5 Feb 2021

Protection against asthma from gut metabolism by-product

A study into the impact of gut bacteria on the immune system has led to the extraordinary discovery of two molecules that can not only provide profound protection in experimental models of asthma, but can also substantially reduce the severity of an attack.

Neither of these molecules, one of which is already commercially available in a diet supplement, were previously known to have an effect on asthma. Additionally, they appear, from animal studies, to have a beneficial role in treating the respiratory illness that is prevalent, and often fatal, in people with serious COVID-19.

Drug clinical trial improves survival for AML patients

Prof Andrew Wei has led a global trial for patients with AML
A landmark paper published today in the New England Journal of Medicine (NEJM) describes the results from a global trial across 148 sites in 23 countries, showing a 30% improvement in survival in patients with acute myeloid leukaemia (AML).

The Phase 3 clinical trial called QUAZAR, showed that a drug, called CC-486, significantly improved survival in older patients, over the age of 55, with the disease. 

Long-lasting COVID immunity gives real hope for the long-term protection of vaccines

Australian researchers have revealed – for the first time – that people who have been infected with the COVID-19 virus have immune memory to protect against reinfection for at least eight months.

The research is the strongest evidence for the likelihood that vaccines against the virus, SARS-CoV-2, will work for long periods.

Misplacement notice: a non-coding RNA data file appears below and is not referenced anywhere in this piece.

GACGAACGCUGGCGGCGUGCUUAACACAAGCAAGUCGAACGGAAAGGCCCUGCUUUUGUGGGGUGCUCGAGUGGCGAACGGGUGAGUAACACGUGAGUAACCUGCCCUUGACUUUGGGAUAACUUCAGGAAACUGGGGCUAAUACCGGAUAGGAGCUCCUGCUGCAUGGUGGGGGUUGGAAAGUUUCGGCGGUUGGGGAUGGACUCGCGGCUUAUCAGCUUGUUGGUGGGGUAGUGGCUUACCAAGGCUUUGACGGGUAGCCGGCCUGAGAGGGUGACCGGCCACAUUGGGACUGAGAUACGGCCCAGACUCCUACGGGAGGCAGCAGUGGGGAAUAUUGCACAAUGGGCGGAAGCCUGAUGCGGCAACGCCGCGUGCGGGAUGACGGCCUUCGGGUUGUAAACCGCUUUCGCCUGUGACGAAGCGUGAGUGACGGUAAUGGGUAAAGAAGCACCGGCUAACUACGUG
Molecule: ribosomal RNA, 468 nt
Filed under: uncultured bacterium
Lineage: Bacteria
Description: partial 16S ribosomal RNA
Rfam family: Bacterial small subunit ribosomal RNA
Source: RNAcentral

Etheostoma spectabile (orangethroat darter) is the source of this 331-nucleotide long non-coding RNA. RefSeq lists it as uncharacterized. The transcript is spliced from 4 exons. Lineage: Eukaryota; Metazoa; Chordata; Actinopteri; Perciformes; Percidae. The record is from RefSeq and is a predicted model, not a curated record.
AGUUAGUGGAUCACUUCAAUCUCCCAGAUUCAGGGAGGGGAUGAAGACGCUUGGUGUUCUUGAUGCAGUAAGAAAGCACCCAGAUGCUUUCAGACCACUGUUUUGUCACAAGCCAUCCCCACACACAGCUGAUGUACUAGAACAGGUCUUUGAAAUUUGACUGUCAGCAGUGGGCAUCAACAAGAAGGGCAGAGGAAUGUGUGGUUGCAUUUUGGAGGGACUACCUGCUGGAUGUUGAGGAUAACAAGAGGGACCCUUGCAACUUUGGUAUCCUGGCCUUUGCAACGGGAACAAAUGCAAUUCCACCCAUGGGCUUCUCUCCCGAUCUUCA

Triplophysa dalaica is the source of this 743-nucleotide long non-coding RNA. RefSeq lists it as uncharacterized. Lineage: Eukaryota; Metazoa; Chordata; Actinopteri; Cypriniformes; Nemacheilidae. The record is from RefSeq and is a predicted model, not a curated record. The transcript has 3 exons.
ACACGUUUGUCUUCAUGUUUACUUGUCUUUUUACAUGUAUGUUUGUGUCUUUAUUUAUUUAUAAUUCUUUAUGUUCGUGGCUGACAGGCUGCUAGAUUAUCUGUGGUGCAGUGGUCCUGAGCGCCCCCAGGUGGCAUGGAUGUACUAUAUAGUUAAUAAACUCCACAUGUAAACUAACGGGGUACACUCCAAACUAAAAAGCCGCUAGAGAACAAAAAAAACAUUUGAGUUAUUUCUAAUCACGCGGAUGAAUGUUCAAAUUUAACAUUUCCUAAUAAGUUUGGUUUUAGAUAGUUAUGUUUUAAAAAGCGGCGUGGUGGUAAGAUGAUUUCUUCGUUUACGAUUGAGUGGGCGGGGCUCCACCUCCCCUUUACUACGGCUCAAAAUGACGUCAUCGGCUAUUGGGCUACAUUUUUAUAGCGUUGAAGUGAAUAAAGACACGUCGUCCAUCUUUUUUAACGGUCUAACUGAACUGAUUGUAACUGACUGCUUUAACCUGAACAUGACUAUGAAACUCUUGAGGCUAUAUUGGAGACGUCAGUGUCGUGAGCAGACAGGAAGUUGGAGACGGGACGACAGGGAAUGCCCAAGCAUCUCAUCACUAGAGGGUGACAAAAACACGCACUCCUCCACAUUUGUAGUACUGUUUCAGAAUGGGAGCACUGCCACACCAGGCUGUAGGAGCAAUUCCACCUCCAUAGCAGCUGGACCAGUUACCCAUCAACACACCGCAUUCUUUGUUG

Bad Body Image Day? The KIT chatbot can help

KIT the chatbot
KIT, the world's first positive body image chatbot, is helping thousands of people since its launch mid November 2020. Psychology Today has published an essay by Dr Charlotte Markey on KIT, "Bad body image day? It's possible that a chatbot could make a difference".

Dr Gemma Sharp said that KIT "has had a wonderful first two months of life since launching on the Butterfly Foundation's website".

What has KIT been up to? 

To see a perfectly fine body, just look in the mirror

Ellie Aniulus
Opinion published in the Herald Sun 10 Jan 2021
by Ellie Aniulis
PhD student at the Monash Alfred Psychiatry Research Centre

For many, becoming a ‘new me’ represents the desire to finally get that body. This desire is reinforced every new year with an abundance of advertisements showcasing a variety of weight loss methods. 

These advertisements are full of slim, toned and seemingly happy individuals who represent who you could be, and even more so who you should aspire to be. These people seem to say: If I can look like this, why can’t you?

The issue here is that the repeated use of slim and toned bodies in our advertising creates a very narrow window for what is considered an acceptable body in our society; one which almost all of us will never look like without developing serious eating disorders which impact more than 1 million Australians. Sadly, less than 1 in 4 of these people will ever receive help.

Working towards gender equity at CCS

Dr Jess Borger
by Dr Jess Borger
CCS GEDI committee chair

Achieving gender equality and empowering women and girls is the unfinished business of our time, and the greatest human rights challenge in our world, the UN Secretary-General, Mr. António Guterres, has stated, and this call to action is reflected in the forthcoming International Day of Women and Girls in Science, 11 February 2021.

4 Feb 2021

Mapping the impacts of the COVID -19 pandemic on the medical research workforce

The 2020 CCS GEDI committee authored the survey to assess
the pandemic's impacts on medical researchers. See CCS intranet